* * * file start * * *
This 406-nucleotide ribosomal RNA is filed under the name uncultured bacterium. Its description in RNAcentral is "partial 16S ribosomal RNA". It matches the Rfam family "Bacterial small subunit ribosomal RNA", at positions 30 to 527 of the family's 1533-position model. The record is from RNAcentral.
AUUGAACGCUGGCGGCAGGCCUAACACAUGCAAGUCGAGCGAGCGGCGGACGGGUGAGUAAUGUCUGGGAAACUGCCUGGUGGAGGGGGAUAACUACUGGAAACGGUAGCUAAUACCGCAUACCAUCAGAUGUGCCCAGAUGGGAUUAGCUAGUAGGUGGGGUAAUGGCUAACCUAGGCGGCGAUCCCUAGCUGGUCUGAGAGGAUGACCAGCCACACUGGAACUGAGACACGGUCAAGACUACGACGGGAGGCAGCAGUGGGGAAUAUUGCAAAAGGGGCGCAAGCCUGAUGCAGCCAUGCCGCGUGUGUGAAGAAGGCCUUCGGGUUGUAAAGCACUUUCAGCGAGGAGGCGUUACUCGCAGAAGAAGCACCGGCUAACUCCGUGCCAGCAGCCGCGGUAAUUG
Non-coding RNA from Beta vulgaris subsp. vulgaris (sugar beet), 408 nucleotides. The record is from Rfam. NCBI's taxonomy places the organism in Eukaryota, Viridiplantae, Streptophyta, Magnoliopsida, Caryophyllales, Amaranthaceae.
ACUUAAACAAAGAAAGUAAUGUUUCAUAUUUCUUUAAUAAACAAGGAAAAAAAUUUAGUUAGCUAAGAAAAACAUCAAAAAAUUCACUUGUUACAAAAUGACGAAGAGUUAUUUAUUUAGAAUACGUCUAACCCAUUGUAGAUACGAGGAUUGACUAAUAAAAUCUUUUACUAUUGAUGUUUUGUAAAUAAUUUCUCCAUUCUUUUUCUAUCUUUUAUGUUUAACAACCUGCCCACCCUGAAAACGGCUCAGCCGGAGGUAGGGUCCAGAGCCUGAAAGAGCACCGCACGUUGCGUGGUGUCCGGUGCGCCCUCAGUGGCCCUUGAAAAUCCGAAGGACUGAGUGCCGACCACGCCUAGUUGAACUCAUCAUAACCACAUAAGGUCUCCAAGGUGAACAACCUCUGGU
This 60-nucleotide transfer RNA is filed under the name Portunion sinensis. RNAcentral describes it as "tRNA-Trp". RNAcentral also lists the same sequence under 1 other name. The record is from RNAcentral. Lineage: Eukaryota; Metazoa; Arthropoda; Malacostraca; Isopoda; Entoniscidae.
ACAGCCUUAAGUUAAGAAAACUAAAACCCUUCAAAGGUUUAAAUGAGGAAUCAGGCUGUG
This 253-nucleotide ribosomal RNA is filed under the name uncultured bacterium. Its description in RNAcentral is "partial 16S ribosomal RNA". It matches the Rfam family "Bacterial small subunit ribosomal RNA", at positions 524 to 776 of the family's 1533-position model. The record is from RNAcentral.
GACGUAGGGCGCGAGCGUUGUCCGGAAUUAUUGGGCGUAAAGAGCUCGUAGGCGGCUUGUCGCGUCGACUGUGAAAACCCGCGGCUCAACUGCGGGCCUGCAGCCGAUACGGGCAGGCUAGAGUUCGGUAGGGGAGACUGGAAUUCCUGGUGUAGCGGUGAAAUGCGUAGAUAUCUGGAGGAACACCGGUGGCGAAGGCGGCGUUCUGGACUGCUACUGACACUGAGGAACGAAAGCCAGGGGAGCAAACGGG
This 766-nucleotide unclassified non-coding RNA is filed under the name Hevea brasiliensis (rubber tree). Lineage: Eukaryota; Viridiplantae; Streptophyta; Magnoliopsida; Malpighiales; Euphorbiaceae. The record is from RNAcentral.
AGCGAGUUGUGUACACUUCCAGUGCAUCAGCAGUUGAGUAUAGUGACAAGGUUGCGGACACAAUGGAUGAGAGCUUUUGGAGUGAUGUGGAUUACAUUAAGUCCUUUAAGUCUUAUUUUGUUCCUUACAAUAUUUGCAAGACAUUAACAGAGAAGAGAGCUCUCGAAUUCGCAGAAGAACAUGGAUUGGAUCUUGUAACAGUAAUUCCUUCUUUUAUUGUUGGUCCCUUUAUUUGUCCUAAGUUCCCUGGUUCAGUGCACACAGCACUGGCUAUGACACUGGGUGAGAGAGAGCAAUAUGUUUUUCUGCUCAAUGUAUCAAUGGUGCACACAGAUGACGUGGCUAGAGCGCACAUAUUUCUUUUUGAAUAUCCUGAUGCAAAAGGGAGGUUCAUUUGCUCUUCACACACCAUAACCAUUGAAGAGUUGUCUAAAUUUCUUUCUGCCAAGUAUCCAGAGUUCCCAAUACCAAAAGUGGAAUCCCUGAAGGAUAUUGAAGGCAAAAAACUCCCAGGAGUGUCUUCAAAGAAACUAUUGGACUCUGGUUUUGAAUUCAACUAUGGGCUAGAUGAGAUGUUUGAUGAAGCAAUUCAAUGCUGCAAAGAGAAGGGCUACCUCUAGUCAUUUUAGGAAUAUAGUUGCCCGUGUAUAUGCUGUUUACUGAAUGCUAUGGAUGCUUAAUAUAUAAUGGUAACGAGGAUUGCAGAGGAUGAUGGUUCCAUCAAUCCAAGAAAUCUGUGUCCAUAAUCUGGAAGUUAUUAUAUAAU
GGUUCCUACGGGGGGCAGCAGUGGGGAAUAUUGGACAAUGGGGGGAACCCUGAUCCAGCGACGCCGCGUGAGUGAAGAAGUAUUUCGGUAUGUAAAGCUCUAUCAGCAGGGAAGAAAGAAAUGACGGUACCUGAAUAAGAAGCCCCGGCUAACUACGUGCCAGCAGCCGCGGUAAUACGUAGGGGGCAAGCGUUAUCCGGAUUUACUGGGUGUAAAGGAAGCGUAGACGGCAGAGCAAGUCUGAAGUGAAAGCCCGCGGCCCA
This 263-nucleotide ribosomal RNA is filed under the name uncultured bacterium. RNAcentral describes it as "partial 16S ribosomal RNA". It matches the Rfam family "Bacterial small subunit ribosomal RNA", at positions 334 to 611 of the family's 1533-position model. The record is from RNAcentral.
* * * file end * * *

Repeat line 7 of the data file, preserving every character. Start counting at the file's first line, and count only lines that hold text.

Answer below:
This 253-nucleotide ribosomal RNA is filed under the name uncultured bacterium. Its description in RNAcentral is "partial 16S ribosomal RNA". It matches the Rfam family "Bacterial small subunit ribosomal RNA", at positions 524 to 776 of the family's 1533-position model. The record is from RNAcentral.